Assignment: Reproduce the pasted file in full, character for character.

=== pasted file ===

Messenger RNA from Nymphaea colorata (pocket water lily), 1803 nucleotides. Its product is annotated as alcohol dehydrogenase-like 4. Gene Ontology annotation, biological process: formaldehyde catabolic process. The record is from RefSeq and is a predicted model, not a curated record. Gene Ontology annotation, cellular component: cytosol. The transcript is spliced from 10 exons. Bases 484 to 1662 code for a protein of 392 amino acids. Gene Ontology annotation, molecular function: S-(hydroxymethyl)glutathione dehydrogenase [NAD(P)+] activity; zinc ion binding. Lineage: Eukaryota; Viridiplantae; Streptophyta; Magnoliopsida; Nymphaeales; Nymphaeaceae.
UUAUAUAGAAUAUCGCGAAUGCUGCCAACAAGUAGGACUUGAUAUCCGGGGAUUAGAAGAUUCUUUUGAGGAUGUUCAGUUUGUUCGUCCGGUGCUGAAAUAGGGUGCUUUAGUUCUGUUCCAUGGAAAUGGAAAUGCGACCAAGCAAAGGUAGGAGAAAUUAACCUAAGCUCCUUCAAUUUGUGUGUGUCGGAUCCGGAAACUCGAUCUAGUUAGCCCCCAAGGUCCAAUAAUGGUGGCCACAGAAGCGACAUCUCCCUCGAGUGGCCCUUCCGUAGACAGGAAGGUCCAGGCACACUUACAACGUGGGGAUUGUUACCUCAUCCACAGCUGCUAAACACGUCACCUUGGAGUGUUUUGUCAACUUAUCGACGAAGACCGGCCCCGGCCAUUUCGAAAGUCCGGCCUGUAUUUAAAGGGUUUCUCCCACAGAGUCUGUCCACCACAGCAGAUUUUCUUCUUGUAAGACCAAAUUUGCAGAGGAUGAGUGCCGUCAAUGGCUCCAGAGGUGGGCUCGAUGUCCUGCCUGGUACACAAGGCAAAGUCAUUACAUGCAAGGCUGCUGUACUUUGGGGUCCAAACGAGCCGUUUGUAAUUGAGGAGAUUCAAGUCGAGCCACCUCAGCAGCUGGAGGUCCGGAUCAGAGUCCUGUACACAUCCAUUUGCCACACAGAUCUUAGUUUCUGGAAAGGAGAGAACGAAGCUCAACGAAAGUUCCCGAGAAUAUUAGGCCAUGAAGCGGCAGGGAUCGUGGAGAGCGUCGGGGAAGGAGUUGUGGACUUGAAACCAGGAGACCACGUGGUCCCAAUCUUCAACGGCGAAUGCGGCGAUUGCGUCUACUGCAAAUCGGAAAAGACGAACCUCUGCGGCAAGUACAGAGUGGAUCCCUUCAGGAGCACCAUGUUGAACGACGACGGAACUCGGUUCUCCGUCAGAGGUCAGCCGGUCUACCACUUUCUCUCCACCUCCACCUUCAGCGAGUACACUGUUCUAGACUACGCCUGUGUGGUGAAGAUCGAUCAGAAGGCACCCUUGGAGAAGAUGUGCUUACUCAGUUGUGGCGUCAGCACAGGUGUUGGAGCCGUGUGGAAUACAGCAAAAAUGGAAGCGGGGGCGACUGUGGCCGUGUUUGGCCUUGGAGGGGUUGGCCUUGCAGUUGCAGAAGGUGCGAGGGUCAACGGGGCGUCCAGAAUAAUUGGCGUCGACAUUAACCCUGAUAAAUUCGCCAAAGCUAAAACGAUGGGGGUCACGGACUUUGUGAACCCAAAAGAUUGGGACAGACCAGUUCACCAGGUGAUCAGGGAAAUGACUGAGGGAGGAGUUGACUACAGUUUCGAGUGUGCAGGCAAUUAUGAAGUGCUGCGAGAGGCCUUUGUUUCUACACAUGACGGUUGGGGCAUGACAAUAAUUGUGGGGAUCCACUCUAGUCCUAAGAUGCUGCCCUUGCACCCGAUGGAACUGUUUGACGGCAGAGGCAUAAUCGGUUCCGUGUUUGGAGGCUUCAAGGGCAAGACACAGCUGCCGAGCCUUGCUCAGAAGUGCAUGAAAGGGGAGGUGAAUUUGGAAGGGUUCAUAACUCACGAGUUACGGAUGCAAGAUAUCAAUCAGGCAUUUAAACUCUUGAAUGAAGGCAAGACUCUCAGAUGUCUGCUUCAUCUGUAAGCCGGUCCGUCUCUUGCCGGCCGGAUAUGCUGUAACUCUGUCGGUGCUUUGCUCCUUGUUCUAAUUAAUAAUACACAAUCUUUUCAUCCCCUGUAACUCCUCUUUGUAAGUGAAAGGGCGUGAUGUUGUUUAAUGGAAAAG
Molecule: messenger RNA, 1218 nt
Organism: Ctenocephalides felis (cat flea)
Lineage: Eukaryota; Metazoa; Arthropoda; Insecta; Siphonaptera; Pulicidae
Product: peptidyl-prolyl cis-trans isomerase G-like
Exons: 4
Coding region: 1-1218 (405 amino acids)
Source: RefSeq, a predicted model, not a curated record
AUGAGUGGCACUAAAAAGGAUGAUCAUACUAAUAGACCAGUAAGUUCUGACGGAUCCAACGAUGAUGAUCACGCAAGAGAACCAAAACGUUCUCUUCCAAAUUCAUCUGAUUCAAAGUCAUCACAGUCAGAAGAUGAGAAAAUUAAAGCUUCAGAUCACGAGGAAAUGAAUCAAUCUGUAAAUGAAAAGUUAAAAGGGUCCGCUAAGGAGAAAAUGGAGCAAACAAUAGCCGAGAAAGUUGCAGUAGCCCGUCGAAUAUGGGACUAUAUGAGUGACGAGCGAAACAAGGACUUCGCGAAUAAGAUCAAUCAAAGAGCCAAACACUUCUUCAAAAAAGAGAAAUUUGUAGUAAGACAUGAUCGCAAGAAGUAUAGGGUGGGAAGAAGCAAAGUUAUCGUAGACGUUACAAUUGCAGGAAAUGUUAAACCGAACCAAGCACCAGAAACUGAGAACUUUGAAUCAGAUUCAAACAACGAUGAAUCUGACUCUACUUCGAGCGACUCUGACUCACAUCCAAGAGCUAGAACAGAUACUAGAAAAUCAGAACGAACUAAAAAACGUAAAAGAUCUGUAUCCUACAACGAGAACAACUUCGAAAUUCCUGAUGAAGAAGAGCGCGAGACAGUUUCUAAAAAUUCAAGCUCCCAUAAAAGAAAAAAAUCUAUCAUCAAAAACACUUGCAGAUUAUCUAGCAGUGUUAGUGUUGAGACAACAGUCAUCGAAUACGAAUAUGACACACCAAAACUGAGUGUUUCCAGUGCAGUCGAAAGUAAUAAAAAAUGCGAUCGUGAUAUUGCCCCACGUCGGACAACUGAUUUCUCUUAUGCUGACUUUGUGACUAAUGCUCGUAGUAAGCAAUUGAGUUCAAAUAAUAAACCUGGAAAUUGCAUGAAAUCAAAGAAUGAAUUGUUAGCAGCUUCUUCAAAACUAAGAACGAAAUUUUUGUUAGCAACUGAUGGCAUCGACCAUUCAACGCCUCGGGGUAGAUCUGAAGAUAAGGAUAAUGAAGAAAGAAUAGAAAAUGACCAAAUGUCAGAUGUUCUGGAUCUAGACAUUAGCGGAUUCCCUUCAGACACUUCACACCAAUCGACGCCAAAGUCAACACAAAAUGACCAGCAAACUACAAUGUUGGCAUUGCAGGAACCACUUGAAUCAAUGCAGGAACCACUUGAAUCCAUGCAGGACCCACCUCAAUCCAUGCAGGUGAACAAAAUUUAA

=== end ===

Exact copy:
Messenger RNA from Nymphaea colorata (pocket water lily), 1803 nucleotides. Its product is annotated as alcohol dehydrogenase-like 4. Gene Ontology annotation, biological process: formaldehyde catabolic process. The record is from RefSeq and is a predicted model, not a curated record. Gene Ontology annotation, cellular component: cytosol. The transcript is spliced from 10 exons. Bases 484 to 1662 code for a protein of 392 amino acids. Gene Ontology annotation, molecular function: S-(hydroxymethyl)glutathione dehydrogenase [NAD(P)+] activity; zinc ion binding. Lineage: Eukaryota; Viridiplantae; Streptophyta; Magnoliopsida; Nymphaeales; Nymphaeaceae.
UUAUAUAGAAUAUCGCGAAUGCUGCCAACAAGUAGGACUUGAUAUCCGGGGAUUAGAAGAUUCUUUUGAGGAUGUUCAGUUUGUUCGUCCGGUGCUGAAAUAGGGUGCUUUAGUUCUGUUCCAUGGAAAUGGAAAUGCGACCAAGCAAAGGUAGGAGAAAUUAACCUAAGCUCCUUCAAUUUGUGUGUGUCGGAUCCGGAAACUCGAUCUAGUUAGCCCCCAAGGUCCAAUAAUGGUGGCCACAGAAGCGACAUCUCCCUCGAGUGGCCCUUCCGUAGACAGGAAGGUCCAGGCACACUUACAACGUGGGGAUUGUUACCUCAUCCACAGCUGCUAAACACGUCACCUUGGAGUGUUUUGUCAACUUAUCGACGAAGACCGGCCCCGGCCAUUUCGAAAGUCCGGCCUGUAUUUAAAGGGUUUCUCCCACAGAGUCUGUCCACCACAGCAGAUUUUCUUCUUGUAAGACCAAAUUUGCAGAGGAUGAGUGCCGUCAAUGGCUCCAGAGGUGGGCUCGAUGUCCUGCCUGGUACACAAGGCAAAGUCAUUACAUGCAAGGCUGCUGUACUUUGGGGUCCAAACGAGCCGUUUGUAAUUGAGGAGAUUCAAGUCGAGCCACCUCAGCAGCUGGAGGUCCGGAUCAGAGUCCUGUACACAUCCAUUUGCCACACAGAUCUUAGUUUCUGGAAAGGAGAGAACGAAGCUCAACGAAAGUUCCCGAGAAUAUUAGGCCAUGAAGCGGCAGGGAUCGUGGAGAGCGUCGGGGAAGGAGUUGUGGACUUGAAACCAGGAGACCACGUGGUCCCAAUCUUCAACGGCGAAUGCGGCGAUUGCGUCUACUGCAAAUCGGAAAAGACGAACCUCUGCGGCAAGUACAGAGUGGAUCCCUUCAGGAGCACCAUGUUGAACGACGACGGAACUCGGUUCUCCGUCAGAGGUCAGCCGGUCUACCACUUUCUCUCCACCUCCACCUUCAGCGAGUACACUGUUCUAGACUACGCCUGUGUGGUGAAGAUCGAUCAGAAGGCACCCUUGGAGAAGAUGUGCUUACUCAGUUGUGGCGUCAGCACAGGUGUUGGAGCCGUGUGGAAUACAGCAAAAAUGGAAGCGGGGGCGACUGUGGCCGUGUUUGGCCUUGGAGGGGUUGGCCUUGCAGUUGCAGAAGGUGCGAGGGUCAACGGGGCGUCCAGAAUAAUUGGCGUCGACAUUAACCCUGAUAAAUUCGCCAAAGCUAAAACGAUGGGGGUCACGGACUUUGUGAACCCAAAAGAUUGGGACAGACCAGUUCACCAGGUGAUCAGGGAAAUGACUGAGGGAGGAGUUGACUACAGUUUCGAGUGUGCAGGCAAUUAUGAAGUGCUGCGAGAGGCCUUUGUUUCUACACAUGACGGUUGGGGCAUGACAAUAAUUGUGGGGAUCCACUCUAGUCCUAAGAUGCUGCCCUUGCACCCGAUGGAACUGUUUGACGGCAGAGGCAUAAUCGGUUCCGUGUUUGGAGGCUUCAAGGGCAAGACACAGCUGCCGAGCCUUGCUCAGAAGUGCAUGAAAGGGGAGGUGAAUUUGGAAGGGUUCAUAACUCACGAGUUACGGAUGCAAGAUAUCAAUCAGGCAUUUAAACUCUUGAAUGAAGGCAAGACUCUCAGAUGUCUGCUUCAUCUGUAAGCCGGUCCGUCUCUUGCCGGCCGGAUAUGCUGUAACUCUGUCGGUGCUUUGCUCCUUGUUCUAAUUAAUAAUACACAAUCUUUUCAUCCCCUGUAACUCCUCUUUGUAAGUGAAAGGGCGUGAUGUUGUUUAAUGGAAAAG
Molecule: messenger RNA, 1218 nt
Organism: Ctenocephalides felis (cat flea)
Lineage: Eukaryota; Metazoa; Arthropoda; Insecta; Siphonaptera; Pulicidae
Product: peptidyl-prolyl cis-trans isomerase G-like
Exons: 4
Coding region: 1-1218 (405 amino acids)
Source: RefSeq, a predicted model, not a curated record
AUGAGUGGCACUAAAAAGGAUGAUCAUACUAAUAGACCAGUAAGUUCUGACGGAUCCAACGAUGAUGAUCACGCAAGAGAACCAAAACGUUCUCUUCCAAAUUCAUCUGAUUCAAAGUCAUCACAGUCAGAAGAUGAGAAAAUUAAAGCUUCAGAUCACGAGGAAAUGAAUCAAUCUGUAAAUGAAAAGUUAAAAGGGUCCGCUAAGGAGAAAAUGGAGCAAACAAUAGCCGAGAAAGUUGCAGUAGCCCGUCGAAUAUGGGACUAUAUGAGUGACGAGCGAAACAAGGACUUCGCGAAUAAGAUCAAUCAAAGAGCCAAACACUUCUUCAAAAAAGAGAAAUUUGUAGUAAGACAUGAUCGCAAGAAGUAUAGGGUGGGAAGAAGCAAAGUUAUCGUAGACGUUACAAUUGCAGGAAAUGUUAAACCGAACCAAGCACCAGAAACUGAGAACUUUGAAUCAGAUUCAAACAACGAUGAAUCUGACUCUACUUCGAGCGACUCUGACUCACAUCCAAGAGCUAGAACAGAUACUAGAAAAUCAGAACGAACUAAAAAACGUAAAAGAUCUGUAUCCUACAACGAGAACAACUUCGAAAUUCCUGAUGAAGAAGAGCGCGAGACAGUUUCUAAAAAUUCAAGCUCCCAUAAAAGAAAAAAAUCUAUCAUCAAAAACACUUGCAGAUUAUCUAGCAGUGUUAGUGUUGAGACAACAGUCAUCGAAUACGAAUAUGACACACCAAAACUGAGUGUUUCCAGUGCAGUCGAAAGUAAUAAAAAAUGCGAUCGUGAUAUUGCCCCACGUCGGACAACUGAUUUCUCUUAUGCUGACUUUGUGACUAAUGCUCGUAGUAAGCAAUUGAGUUCAAAUAAUAAACCUGGAAAUUGCAUGAAAUCAAAGAAUGAAUUGUUAGCAGCUUCUUCAAAACUAAGAACGAAAUUUUUGUUAGCAACUGAUGGCAUCGACCAUUCAACGCCUCGGGGUAGAUCUGAAGAUAAGGAUAAUGAAGAAAGAAUAGAAAAUGACCAAAUGUCAGAUGUUCUGGAUCUAGACAUUAGCGGAUUCCCUUCAGACACUUCACACCAAUCGACGCCAAAGUCAACACAAAAUGACCAGCAAACUACAAUGUUGGCAUUGCAGGAACCACUUGAAUCAAUGCAGGAACCACUUGAAUCCAUGCAGGACCCACCUCAAUCCAUGCAGGUGAACAAAAUUUAA